Jaguar XKE Trunk Springs Replacement

Hi All,

Just an fyi…

Have searched and studied many of the posts regarding how to replace the springs on the XKE trunk hinge.

What I have found, thru trial and error, is the best way is to build the x5 spring pack for each side, then mount the bundle and pull each spring out (starting from the inner spring) and extend over the hinge post. Do one spring at a time… The first 2 springs are hard to pull out, but as you go it gets easier.

Trying to extend all 5 springs at one time is a much more difficult task, and one that I did not have any success.


reminds me of a funny story when I replaced mine. A neighbor was over watching and sort of helping.
I was battling the springs in a vise with a pair of vise grips and pliers, the springs flew off about a dozen times, and every time my friend would say " I bet they had a special tool for these".
after another dozen flying springs and his exact same comment every time I finally said, “I bet they had a whole building full of special tools, but all we have are vise grips, so either shut up and help or leave” needless to say I finished the job alone. we are still friends tho and laugh about that day.

Bob F


Bob, I think that we can all agree, Jaguar had a special tool, a special procedure to install these springs…

They would not go through the agony we went through to install these guys…

Thanks, Bob

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Just an observation: If I had to install those I think I’d invest in mechanics gloves, kevlar sleeves and a full face shield.

All the years I worked on these beasts, and I never had to do those ##+€@ing things.

Happy. This article might be of help. It’s got pictures also.

If the hinges are freshly painted, wait a week or two (to let the paint harden) before putting on springs. It’ll still scratch the new paint, but not as much.


Replacing those springs was the most miserable job I ever attempted in my xke. They never did fit right and I eventually sold the car. I have had several more xkes through the years and the first thing I always check are the trunk springs. I’ll take a rusty floor over bad trunk springs. I’ll take a loose timing chain, a loud valve train, a leaky main seal, a rotten transmission mount, a bad universal joint, or almost anything except bad trunk springs. God, why do I own these cars?


I guess I must have done it the wrong way! I don’t recall having a lot of fun during the hour or so I spent doing this, but certainly don’t remember it being the nightmare so many folks are referring to. I wore gloves - well worn flexible leather gardening gloves I think - and no doubt followed the advice I found on this forum. Perhaps I got lucky, or maybe I invented the best method ever. Wish I could remember…:smiley:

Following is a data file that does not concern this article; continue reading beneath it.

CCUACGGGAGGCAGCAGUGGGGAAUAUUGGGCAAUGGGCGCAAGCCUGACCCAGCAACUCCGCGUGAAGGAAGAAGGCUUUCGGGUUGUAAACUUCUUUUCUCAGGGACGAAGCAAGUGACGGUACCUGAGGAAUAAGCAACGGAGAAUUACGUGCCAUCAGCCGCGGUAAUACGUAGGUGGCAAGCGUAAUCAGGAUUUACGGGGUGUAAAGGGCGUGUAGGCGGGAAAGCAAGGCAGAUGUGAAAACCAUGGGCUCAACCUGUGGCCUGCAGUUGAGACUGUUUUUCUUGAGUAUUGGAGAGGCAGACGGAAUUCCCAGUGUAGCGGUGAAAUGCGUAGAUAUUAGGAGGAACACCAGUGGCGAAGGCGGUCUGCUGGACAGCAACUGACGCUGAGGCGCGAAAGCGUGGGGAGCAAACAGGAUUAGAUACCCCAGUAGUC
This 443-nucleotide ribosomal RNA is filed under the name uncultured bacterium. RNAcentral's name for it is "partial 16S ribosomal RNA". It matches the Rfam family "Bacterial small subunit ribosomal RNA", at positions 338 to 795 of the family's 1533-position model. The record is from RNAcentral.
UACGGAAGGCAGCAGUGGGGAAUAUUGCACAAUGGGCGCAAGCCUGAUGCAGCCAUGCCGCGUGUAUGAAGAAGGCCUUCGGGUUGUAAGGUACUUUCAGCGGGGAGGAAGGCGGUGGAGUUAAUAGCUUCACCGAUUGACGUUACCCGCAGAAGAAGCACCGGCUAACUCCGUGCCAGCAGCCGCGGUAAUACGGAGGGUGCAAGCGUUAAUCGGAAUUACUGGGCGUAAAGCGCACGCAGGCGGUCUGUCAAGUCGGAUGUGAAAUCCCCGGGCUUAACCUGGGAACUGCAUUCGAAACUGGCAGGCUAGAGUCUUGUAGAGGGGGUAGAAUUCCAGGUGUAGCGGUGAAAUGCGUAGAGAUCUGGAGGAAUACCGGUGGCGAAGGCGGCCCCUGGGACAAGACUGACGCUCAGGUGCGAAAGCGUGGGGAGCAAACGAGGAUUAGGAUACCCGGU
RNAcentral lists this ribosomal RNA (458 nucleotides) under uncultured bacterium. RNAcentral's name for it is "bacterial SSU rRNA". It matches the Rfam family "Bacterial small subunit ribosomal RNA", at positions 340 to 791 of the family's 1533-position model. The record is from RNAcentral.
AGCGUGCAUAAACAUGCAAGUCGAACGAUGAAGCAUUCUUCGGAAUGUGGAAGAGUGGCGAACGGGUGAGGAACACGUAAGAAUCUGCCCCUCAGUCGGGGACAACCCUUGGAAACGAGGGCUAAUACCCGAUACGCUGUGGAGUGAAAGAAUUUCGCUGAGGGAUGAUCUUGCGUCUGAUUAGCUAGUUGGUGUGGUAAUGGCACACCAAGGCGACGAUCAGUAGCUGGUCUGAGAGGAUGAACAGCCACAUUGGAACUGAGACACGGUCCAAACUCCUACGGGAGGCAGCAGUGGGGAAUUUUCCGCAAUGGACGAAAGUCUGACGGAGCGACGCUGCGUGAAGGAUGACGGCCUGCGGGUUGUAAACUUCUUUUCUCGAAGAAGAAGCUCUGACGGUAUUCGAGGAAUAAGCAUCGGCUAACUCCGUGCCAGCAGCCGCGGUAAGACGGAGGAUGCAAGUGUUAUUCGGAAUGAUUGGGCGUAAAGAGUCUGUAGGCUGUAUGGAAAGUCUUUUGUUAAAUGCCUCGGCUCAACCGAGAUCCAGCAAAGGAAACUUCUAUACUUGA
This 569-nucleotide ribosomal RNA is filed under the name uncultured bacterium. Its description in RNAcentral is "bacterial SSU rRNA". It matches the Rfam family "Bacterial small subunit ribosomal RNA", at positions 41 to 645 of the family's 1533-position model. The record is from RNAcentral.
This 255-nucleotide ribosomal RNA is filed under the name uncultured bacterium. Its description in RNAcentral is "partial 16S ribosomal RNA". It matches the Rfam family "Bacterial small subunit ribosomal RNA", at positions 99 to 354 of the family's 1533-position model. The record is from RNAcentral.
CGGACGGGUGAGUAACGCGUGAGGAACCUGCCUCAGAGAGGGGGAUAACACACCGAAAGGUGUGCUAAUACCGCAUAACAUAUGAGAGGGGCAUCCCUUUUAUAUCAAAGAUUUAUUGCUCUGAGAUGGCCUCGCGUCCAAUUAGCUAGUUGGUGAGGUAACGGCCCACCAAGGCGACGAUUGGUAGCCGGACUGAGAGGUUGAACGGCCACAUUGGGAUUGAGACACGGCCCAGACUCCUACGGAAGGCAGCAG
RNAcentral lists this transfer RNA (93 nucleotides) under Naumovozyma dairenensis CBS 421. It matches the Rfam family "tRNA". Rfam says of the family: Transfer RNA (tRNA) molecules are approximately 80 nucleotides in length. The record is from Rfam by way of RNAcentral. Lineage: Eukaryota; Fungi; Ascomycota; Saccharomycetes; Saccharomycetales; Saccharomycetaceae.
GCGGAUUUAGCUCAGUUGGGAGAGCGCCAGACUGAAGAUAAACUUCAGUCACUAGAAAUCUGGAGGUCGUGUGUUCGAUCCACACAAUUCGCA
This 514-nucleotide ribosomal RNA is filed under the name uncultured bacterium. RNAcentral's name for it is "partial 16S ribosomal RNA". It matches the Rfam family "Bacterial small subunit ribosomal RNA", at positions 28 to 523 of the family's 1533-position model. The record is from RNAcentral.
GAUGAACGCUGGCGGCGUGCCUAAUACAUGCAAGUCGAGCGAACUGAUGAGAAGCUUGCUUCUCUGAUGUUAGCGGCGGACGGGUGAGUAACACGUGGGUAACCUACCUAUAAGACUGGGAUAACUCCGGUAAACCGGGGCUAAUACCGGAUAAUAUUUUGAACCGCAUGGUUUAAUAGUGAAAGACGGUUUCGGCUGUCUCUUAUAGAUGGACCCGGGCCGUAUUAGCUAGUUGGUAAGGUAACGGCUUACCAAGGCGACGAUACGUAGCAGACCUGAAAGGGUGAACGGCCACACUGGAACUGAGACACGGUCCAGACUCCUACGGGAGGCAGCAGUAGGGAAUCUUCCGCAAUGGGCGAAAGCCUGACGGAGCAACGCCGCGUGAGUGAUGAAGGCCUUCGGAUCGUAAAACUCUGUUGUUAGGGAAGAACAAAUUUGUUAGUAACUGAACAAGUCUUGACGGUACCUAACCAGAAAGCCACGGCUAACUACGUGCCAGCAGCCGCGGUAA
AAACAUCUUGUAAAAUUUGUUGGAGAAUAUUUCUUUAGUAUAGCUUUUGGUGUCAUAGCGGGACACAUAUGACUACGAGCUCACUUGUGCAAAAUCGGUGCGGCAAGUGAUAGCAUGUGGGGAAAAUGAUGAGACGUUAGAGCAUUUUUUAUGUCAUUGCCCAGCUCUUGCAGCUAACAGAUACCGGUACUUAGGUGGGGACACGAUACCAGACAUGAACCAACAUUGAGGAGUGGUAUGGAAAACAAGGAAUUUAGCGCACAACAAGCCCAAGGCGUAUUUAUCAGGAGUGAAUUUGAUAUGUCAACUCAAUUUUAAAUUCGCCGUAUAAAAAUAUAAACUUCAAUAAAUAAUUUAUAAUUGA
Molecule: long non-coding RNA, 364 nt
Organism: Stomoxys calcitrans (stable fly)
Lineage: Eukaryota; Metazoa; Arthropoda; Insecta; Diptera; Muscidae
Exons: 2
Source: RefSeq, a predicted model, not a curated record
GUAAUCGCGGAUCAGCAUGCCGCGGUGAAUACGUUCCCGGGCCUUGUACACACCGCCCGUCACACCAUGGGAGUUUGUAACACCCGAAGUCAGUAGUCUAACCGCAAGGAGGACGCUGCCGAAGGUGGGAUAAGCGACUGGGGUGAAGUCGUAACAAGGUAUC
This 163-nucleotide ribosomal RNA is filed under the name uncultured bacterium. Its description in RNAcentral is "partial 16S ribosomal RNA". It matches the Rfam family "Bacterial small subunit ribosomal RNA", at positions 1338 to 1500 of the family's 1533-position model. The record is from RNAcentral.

Paul’s-heimers? :stuck_out_tongue_winking_eye::joy:

Like many jobs, the first spring cluster that you install is a bit fiddly but once you understand what to do, the second one goes pretty smoothly. The link above of Dick Maury’s explains the process and if you follow it, replacing boot springs doesn’t even make it into my honorable mention of tough E Type jobs.

I’m with the ‘no-blood, some-sweat’ crowd. I used that method where you layer the springs into a pack by putting them on a metal rod (held in a vise) one at a time then fit them to the hinge. Not too bad as I recall - I found at least 3 methods documented here on the Forum and I used parts from 2 of them. Quite possibly some are not as easy to execute.

I went with one extra spring on each hinge since I sometimes have a luggage but that extra spring probably doesn’t make much difference - the lid just pops open with the rack on there but will not stay up - I have a different support to achieve that.

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smallE Type Bootlid spring renewal.pdf (813.9 KB)

Glad my Rover uses torsion bars!!!


Take a look at Dick Maury’s successful approach to replacing boot lid springs.

Happy Motoring,

Dick Wells

'74 OTS
'99 XJR
1947 Stinson 108-1 “Voyager”

I used this approach as well, worked great as Geo said ‘no blood’. I can sure see how there would be though, those things are sharp and under a lot of force. I used 6 springs on my boot lid because 5 left it at half mast all the time (no rack on mine). Pops open smartly, so ‘smartly’ I put a rubber baby buggy bumper between the hinge arm and the body to keep it from ‘banging’ too hard.

Likely all these methods will ‘git her done’ but since we’re comparing our favorites - I reviewed 4 methods and went with this one:

(link removed due to domain hi-jacking)

Worked just fine for me.

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Me too – I fitted a short piece of fuel line over the stop peg to soften the opening jolt.

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Thanks Everyone for all of your posts on this.

Of all the various procedures used/recommended by other members, I ended up going with the one that connects all spring clips together, then starting from the inner most clip, grabbing and maneuvering one clip at a time. Alot less tension, and only the first 2 are the hardest. They get easier as you work your way inward.

Thanks again, Bob

Just a shout out to Dick Muray, Thank! Used your method to R & R the trunk springs today. It worked well, the first side was a bit of a learning curve, but the final, was a piece of cake. Its all about leverarge with a big screw driver and the vise grips!!! Dennis